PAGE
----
Requesting trigger warnings for content is nothing new, but I’ve seen it discussed more often lately than I had before. It’s not something I’ve discussed on Read Yourself Happy before, so I wanted to give my thoughts some space here.
A trigger warning is intended to let readers or consumers know ahead of time if a piece of media contains content that could cause anxiety or distress in people who have experienced past trauma. This doesn’t just affect literature; students have been requesting that university professors warn them of triggers for years. According to the National Coalition Against Censorship (NCAC),
Although fewer than 1% of survey participants reported that their institution had adopted a policy on trigger warnings, 7.5% reported that students had initiated efforts to require trigger warnings on campus, twice as many (15%) reported that students had requested warnings in their courses, and 12% reported that students had complained about the absence of trigger warnings. Despite a media narrative of “political correctness,” student requests concerned a diverse range of subjects from across the ideological spectrum.
This is a phenomenon that is very prevalent in the book community. It’s normal to watch a Booktube video or read a blog post that contains trigger warnings before going into a review.
My own opinion is that alerting consumers to potentially upsetting topics can be beneficial in some regards, but that requiring trigger warnings is damn near impossible and not the responsibility of the author or content creator. It’s impossible to know what things will trigger readers, as there are an endless amount of triggers out there. From the same NCAC report I mentioned earlier,
…many noted that “it is impossible to know what will trigger students.” There are reported complaints about spiders, “images of childbirth,” suicide in a ballet, indigenous artifacts, images of dead bodies, “fatphobia,” bloody scenes in a horror film class, and more. One respondent observed, “I’m not sure you can teach American literature without issuing a blanket trigger warning for the entire semester.”
I feel as though in some (some, not all) cases people might be requesting trigger warnings in order to not have to deal with a difficult topic, like suicide, rape, or an eating disorder. These are real topics, however, that are important to examine in literature and other mediums. As many opponents to trigger warnings have said, the real world doesn’t contain trigger warnings, and sometimes people need to learn how to deal with these topics in a healthy way.
Trauma and post-traumatic stress are very, very real things. I’m not trying to be insensitive to people who have anxiety – I have anxiety and issues with depression myself, and there are definitely topics I come across while reading that can elevate my level of stress, and yes, in a few cases some of these topics have caused me to have a panic attack. However, I’m actually quite thankful for these situations, as they force me to confront and deal with these topics, rather choose to avoid them.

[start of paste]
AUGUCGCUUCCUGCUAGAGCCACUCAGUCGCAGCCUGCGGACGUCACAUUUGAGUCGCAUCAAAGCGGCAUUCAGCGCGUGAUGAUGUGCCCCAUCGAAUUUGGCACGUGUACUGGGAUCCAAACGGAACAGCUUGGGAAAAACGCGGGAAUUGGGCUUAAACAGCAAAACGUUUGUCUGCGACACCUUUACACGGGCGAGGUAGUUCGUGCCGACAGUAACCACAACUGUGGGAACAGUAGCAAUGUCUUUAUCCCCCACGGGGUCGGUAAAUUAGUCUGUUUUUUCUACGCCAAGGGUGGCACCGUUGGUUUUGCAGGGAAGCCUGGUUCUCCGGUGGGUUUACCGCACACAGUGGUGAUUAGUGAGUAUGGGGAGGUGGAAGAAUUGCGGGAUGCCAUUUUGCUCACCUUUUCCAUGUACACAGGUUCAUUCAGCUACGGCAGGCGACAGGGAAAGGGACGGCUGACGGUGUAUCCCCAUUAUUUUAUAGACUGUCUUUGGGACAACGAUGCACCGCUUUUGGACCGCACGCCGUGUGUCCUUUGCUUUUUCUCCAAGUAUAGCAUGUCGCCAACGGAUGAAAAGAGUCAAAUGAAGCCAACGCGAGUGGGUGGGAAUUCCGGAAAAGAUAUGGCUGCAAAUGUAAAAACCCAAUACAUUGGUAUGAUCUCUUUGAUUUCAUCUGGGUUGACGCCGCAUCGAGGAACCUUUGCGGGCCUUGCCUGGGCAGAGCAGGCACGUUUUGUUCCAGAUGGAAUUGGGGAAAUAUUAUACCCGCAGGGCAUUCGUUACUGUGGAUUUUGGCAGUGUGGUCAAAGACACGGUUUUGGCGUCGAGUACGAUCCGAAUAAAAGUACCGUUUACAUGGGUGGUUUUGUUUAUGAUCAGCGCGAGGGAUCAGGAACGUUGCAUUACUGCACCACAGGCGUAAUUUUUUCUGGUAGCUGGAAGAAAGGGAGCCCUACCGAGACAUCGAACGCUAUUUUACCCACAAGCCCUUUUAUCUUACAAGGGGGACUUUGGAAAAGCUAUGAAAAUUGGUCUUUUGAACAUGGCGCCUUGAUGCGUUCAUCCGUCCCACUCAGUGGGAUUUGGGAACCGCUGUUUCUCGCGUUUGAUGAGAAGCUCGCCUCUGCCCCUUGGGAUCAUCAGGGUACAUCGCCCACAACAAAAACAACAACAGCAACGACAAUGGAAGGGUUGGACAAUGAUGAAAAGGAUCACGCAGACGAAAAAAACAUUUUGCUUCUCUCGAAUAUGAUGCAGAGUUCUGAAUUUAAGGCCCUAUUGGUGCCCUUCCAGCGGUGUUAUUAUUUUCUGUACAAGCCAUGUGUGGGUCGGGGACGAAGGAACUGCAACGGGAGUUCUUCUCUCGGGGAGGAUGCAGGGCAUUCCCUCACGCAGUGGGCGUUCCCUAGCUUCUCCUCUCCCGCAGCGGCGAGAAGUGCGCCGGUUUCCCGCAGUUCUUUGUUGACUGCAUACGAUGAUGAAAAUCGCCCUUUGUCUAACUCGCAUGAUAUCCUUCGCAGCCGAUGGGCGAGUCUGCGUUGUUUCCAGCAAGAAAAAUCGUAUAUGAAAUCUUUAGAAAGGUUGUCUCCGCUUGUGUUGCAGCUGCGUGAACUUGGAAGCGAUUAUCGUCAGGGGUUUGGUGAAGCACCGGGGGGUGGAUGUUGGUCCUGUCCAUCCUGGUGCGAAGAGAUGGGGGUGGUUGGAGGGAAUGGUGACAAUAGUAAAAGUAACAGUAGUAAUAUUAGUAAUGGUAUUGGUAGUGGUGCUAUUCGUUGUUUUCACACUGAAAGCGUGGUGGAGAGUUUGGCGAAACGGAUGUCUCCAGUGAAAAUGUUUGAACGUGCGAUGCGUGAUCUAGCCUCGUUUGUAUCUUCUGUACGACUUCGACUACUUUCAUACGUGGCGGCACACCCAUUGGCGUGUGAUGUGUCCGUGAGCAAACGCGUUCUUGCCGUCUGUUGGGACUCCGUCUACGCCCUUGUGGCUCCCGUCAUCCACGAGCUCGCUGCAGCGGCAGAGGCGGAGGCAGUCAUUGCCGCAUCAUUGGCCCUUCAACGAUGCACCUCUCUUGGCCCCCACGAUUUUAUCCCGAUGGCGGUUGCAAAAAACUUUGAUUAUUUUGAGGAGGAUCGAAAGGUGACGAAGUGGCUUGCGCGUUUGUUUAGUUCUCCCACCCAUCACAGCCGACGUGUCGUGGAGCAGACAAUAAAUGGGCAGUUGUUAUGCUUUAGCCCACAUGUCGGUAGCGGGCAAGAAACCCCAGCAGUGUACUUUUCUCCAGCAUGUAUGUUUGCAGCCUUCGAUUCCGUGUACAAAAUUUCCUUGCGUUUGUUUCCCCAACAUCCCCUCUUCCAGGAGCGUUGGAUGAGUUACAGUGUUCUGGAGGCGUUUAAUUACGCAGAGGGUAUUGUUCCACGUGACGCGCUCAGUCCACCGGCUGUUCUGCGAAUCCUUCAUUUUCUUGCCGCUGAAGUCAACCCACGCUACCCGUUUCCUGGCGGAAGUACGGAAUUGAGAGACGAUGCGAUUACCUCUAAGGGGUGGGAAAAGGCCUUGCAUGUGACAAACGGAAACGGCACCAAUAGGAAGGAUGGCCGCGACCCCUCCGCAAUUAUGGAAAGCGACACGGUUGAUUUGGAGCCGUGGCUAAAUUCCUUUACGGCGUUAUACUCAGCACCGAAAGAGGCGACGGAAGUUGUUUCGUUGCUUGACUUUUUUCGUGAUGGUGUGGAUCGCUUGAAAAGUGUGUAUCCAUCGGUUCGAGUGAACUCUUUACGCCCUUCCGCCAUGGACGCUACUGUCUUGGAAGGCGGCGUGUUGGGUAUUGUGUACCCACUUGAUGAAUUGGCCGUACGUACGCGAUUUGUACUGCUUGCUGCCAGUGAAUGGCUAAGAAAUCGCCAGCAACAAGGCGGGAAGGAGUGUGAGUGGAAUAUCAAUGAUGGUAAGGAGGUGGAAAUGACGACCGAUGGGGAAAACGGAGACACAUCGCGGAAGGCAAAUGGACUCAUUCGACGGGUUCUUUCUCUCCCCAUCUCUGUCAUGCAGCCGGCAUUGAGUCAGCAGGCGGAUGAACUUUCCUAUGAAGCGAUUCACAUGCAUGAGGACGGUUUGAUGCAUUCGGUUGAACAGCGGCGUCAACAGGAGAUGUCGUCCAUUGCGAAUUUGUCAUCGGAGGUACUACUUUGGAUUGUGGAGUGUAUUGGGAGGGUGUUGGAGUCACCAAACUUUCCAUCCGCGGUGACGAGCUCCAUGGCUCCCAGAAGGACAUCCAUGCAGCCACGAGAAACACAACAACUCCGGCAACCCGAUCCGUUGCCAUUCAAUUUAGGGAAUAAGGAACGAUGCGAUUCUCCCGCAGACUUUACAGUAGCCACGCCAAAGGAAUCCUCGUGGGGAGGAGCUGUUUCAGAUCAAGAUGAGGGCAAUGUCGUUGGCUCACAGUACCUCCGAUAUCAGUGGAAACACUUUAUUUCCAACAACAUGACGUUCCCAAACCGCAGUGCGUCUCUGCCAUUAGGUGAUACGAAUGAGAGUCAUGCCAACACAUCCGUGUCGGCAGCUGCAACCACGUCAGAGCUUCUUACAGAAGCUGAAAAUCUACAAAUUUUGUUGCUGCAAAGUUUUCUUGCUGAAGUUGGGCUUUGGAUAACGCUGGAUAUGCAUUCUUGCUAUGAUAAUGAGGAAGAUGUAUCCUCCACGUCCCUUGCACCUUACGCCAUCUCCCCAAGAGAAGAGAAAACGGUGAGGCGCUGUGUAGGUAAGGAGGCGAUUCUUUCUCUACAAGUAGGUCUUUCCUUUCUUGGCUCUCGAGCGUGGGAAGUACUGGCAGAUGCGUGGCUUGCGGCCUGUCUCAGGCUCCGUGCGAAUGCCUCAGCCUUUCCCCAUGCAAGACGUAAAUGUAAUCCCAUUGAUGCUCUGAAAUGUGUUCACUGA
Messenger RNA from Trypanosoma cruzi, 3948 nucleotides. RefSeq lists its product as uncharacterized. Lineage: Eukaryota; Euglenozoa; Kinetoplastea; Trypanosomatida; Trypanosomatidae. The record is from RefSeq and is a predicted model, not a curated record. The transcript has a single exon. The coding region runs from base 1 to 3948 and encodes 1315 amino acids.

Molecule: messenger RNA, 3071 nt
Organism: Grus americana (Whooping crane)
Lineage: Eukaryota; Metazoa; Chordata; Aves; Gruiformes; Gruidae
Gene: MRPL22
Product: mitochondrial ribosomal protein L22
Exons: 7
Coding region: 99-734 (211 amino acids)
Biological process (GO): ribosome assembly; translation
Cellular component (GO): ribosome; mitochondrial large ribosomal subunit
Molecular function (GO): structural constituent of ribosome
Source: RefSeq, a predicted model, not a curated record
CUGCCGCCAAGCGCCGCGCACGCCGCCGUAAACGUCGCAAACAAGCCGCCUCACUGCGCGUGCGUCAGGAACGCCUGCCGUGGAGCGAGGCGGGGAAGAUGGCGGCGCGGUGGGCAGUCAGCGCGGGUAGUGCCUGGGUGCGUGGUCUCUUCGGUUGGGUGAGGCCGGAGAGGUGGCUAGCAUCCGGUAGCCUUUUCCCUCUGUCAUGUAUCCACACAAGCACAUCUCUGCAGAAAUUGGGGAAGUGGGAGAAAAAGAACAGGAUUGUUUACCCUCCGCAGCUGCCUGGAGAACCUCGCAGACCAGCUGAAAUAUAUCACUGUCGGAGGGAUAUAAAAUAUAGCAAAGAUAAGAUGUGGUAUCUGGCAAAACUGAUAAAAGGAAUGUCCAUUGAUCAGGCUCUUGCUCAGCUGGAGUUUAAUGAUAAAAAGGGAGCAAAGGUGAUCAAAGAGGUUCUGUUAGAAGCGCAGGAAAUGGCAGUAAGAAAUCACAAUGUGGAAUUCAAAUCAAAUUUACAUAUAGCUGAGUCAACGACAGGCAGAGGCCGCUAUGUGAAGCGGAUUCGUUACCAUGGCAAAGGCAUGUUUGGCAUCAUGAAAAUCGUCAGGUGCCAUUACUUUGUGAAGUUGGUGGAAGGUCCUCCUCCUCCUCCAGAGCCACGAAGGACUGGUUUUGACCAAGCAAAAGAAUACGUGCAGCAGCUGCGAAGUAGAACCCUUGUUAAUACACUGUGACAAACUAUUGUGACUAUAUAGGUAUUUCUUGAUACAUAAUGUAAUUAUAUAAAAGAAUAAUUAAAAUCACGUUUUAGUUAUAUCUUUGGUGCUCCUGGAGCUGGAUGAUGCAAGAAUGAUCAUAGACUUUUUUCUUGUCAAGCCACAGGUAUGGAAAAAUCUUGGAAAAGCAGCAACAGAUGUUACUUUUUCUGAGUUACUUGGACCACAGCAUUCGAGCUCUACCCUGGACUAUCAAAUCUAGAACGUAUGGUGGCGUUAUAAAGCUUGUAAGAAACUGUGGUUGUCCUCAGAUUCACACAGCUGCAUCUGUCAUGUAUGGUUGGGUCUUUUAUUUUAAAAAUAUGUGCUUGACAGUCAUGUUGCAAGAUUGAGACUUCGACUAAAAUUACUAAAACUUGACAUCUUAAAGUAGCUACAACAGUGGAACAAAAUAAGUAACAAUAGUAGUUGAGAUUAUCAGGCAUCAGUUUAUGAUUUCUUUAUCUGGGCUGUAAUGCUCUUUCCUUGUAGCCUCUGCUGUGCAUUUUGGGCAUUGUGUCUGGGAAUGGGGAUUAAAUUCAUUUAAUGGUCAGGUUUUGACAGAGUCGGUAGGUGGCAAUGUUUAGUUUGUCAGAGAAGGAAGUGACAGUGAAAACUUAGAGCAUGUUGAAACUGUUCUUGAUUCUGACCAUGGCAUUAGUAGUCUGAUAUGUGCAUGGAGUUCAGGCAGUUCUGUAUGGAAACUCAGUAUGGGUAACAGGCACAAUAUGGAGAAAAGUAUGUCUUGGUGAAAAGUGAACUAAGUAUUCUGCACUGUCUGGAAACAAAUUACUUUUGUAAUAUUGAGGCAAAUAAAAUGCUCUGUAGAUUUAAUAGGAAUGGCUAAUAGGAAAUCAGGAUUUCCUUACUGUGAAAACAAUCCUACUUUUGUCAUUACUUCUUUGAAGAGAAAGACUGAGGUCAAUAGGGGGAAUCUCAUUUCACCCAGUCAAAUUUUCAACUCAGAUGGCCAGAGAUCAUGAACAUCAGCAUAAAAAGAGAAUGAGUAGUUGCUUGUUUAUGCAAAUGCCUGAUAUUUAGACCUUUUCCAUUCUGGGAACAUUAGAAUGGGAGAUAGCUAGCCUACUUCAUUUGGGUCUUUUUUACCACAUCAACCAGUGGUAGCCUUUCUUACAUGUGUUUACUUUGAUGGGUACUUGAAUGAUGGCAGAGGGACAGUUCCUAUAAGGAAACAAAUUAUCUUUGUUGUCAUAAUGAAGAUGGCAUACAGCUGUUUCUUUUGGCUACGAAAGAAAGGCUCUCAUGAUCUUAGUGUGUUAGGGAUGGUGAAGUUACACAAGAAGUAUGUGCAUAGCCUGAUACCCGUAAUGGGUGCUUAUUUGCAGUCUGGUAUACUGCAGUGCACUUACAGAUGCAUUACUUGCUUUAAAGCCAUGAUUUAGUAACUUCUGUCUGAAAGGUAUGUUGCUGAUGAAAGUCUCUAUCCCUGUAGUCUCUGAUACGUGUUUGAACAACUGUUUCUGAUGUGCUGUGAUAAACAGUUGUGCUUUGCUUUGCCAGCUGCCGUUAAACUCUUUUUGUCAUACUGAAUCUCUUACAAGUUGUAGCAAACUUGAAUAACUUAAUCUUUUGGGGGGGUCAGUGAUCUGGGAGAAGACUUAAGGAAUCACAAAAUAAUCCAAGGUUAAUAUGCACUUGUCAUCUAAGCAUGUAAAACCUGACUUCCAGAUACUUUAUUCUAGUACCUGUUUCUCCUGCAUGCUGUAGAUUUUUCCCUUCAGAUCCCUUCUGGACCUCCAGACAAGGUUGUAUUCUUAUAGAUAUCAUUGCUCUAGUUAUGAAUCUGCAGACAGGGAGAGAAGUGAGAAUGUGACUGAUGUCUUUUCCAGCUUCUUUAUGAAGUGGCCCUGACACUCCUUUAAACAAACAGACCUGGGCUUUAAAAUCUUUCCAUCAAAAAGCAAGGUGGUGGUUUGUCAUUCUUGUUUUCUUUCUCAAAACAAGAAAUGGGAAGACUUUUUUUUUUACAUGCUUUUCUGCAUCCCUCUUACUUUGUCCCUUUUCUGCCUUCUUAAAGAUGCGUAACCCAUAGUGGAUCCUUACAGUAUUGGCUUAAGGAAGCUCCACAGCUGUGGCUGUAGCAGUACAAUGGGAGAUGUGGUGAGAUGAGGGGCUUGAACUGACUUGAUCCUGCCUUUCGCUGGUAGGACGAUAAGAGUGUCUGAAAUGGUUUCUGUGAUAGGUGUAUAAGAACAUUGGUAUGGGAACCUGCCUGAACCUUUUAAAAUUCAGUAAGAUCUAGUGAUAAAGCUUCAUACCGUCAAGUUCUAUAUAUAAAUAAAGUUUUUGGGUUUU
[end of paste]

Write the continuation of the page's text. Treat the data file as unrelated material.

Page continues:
There’s a 2014 article from The New Yorker by Jay Caspian Kang that brings about another interesting point about the effect trigger warnings might have on literature:
…what harm could a swarm of trigger warnings—each one reducing a work of literature to its ugliest plot points—inflict on the literary canon? What would “Trigger Warning: This novel contains racism” do to a reading of Ralph Ellison’s “Invisible Man”? What would “Trigger Warning: Rape, racism, and sexual assault” do to a reading of Toni Morrison’s “Beloved”?
There have also been some studies done to gauge the effectiveness of trigger warnings. One that particularly intrigued me was written in Psychology Today:
A recently published Harvard study tackled these questions. Researchers Benjamin Bullet, Peyton Jones, and Richard McNally had participants read passages from literary texts like Moby-Dick or Crime and Punishment. But before reading these passages, half of the participants received a warning that read: “TRIGGER WARNING: The passage you are about to read contains disturbing content and may trigger an anxiety response, especially in those who have a history of trauma.”
The researchers found that being exposed to trigger warnings caused participants to rate both themselves and others as more vulnerable to developing PTSD. Trigger warnings led to no self-reported differences in anxiety between the two groups overall, but for participants who already held the belief that “words cause harm,” trigger warnings led to an increase in anxiety.
There is evidence that trigger warnings can be harmful rather than helpful, and as I said before, it’s impossible to have a trigger warning in place for every potential trigger out there. I feel that it’s partially the responsibility of the reader to know what types of books he or she may need to avoid. If you’re an author or content creator and you support trigger warnings, then go for it. However, I am of the opinion that these warnings might make people less willing to deal with issues that they should confront for the benefit of their own mental health.
This article was not written with the intent of creating controversy or attacking anyone; I simply wanted to share my own thoughts on this topic. If this discussion has upset you, feel free to reply in the comments section so that we can discuss it further.
What are your own opinions on trigger warnings? Should they be included on the covers of books or before movies or television shows? Let’s have a discussion in the comments.